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Angels' Albert Pujols says he'll be ready for season opener

ANGELS

The slugger, who is recovering from surgery on his right knee, plans to be ready to play April 1 at Cincinnati.

March 01, 2013|By Mike DiGiovanna

TEMPE, Ariz. — As he recovers from surgery on his right knee, Albert Pujols' spring-training routine hasn't changed much over 2 1/2 weeks. He is taking batting practice, fielding grounders hit at him and jogging on a treadmill.

He has not run the bases and appears at least two weeks away from playing in an exhibition game. But Pujols, 33, said Friday he would be ready for the April 1 season opener at Cincinnati. Asked how many spring games he would need, Pujols said, "None. As long as my body feels good, I'm ready to go."

He was serious. "I've got 8,000 at-bats in the big leagues," Pujols said. "I think I've got plenty."

Manager Mike Scioscia chuckled when told of Pujols' comments. "He's probably being a little tongue-in-cheek, but he's not going to need the 40 to 50 to 60 at-bats some guys need," Scioscia said. "He needs to see some velocity to try to get locked and in and get his balance. … But as long as he's playing by the middle of March, there's no doubt he'll be ready."

Pujols injured his knee in late August and was relegated to designated hitter for 24 of his final 33 games. He prefers to play defense but knows he will probably have to DH some more early in the season.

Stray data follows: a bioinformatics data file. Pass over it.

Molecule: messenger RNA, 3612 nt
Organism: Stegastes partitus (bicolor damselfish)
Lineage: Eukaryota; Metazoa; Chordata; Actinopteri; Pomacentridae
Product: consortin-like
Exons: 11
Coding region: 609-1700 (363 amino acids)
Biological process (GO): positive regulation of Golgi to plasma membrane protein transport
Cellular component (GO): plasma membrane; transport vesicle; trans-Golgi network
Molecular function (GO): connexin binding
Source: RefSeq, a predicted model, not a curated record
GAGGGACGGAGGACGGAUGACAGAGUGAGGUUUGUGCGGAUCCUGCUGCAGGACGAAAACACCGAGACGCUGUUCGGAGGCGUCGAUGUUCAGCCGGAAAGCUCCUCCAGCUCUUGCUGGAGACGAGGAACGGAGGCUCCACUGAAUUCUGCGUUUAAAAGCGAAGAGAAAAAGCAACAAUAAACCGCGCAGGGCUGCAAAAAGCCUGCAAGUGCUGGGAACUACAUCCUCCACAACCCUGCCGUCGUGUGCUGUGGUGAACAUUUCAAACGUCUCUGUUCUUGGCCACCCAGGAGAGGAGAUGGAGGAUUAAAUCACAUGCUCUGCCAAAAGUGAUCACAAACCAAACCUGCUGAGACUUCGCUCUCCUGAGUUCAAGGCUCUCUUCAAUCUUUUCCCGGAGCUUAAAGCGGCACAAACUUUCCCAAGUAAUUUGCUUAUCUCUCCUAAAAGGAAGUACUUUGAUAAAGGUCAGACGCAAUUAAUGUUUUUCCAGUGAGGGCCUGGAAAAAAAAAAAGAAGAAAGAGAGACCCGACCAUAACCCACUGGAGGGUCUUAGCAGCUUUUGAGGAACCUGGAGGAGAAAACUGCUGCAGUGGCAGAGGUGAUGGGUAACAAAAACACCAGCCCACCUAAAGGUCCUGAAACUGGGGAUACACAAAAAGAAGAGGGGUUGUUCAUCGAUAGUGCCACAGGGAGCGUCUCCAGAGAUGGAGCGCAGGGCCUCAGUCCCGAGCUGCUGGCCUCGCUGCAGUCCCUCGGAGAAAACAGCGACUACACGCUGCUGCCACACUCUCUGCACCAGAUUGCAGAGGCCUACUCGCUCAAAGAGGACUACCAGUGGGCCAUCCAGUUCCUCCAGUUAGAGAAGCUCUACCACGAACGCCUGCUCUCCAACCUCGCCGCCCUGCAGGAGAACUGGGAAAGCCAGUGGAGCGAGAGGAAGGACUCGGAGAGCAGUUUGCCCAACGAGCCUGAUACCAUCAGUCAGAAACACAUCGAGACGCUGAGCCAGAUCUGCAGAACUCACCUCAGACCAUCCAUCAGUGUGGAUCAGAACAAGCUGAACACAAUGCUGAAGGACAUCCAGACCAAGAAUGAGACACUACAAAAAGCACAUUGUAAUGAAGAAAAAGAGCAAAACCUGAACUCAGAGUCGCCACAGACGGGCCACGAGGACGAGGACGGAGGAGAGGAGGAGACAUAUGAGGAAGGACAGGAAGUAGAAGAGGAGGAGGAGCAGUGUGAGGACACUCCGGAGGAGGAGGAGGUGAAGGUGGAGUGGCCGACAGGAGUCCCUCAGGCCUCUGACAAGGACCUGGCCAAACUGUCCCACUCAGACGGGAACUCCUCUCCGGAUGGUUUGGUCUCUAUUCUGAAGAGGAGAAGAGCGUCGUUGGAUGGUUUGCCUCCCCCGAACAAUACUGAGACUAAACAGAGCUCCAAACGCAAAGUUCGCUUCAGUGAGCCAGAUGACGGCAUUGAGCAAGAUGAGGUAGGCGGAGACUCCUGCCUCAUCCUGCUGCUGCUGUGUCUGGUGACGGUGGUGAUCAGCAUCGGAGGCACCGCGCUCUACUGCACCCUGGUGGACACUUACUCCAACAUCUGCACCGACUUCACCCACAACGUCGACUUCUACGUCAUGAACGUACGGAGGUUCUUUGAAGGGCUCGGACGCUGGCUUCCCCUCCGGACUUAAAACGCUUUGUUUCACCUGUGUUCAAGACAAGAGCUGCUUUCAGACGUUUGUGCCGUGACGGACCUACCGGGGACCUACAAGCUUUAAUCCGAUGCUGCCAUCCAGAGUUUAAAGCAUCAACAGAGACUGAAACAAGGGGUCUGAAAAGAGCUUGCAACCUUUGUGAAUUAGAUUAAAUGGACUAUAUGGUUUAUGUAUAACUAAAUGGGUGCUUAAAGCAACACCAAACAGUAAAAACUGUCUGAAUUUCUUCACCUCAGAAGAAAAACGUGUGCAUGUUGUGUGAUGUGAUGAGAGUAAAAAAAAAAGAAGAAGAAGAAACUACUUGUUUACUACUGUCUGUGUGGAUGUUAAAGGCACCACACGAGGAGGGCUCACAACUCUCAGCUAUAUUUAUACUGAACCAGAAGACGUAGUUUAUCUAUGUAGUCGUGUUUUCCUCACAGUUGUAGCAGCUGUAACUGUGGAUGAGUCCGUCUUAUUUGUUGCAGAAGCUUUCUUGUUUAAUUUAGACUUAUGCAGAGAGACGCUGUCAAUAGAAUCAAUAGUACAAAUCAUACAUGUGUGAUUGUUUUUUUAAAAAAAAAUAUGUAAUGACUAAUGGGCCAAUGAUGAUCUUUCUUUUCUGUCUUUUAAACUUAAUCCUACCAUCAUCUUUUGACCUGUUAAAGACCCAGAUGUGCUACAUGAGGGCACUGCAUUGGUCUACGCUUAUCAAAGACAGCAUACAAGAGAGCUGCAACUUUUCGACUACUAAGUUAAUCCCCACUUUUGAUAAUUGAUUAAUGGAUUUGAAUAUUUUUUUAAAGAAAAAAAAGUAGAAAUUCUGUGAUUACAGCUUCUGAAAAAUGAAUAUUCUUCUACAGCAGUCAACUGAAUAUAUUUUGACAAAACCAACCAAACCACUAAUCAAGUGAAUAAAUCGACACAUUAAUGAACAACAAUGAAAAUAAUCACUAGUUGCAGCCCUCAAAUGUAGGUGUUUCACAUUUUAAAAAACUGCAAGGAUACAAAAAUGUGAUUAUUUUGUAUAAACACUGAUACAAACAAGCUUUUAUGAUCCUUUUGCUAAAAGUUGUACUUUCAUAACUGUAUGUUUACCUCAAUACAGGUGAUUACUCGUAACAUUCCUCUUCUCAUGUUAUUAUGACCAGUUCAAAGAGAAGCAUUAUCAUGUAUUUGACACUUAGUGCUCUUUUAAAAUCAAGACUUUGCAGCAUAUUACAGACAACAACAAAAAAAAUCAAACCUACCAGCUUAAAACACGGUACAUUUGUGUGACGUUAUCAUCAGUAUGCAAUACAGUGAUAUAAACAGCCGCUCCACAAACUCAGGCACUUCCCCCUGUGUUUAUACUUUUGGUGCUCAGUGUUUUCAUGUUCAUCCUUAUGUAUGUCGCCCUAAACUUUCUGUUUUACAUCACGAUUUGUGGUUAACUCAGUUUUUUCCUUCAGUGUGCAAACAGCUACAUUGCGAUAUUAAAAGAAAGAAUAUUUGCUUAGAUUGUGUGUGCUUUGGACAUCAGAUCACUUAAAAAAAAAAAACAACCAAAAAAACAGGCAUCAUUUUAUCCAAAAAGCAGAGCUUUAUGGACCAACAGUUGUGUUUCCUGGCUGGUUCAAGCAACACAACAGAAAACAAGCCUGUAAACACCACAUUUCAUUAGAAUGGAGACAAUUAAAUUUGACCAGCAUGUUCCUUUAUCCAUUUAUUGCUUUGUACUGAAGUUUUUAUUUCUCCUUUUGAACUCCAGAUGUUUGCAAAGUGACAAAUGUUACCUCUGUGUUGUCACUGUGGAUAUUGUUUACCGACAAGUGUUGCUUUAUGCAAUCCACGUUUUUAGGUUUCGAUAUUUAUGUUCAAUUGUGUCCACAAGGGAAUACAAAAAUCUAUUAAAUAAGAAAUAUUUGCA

"It's hard to read the future," Pujols said. "This is the first time I've come to spring training dealing with an injury.

"If the season started tomorrow, I'd be playing, but there's no reason to push it. We're being cautious because we have time."

Shock treatment

If you saw a television interview of Jered Weaver after his two-inning, one-run, two-hit, two-strikeout effort in Friday's 16-8 exhibition win over the Dodgers, no, the Angels ace didn't have a nervous twitch or first-game jitters.

He was using a new H-wave electronic device that stimulates muscles and nerves to promote circulation and range of motion but causes the shoulder to twitch rather violently.

"I'm like a guinea pig with this new contraption," said Weaver, who has been slowed by occasional bouts of shoulder tendinitis. "It's like an electronic massage machine. It's supposed to knock out inflammation and replace ice. We'll see how it works."

Short hops

Reliever Bobby Cassevah, who cleared waivers and was removed from the 40-man roster Thursday, elected to become a free agent. He had a record of 1-1 with a 2.72 earned-run average in 30 games for the Angels in 2011 but was slowed by a shoulder injury last season.

mike.digiovanna@latimes.com

Twitter: @MikeDiGiovanna

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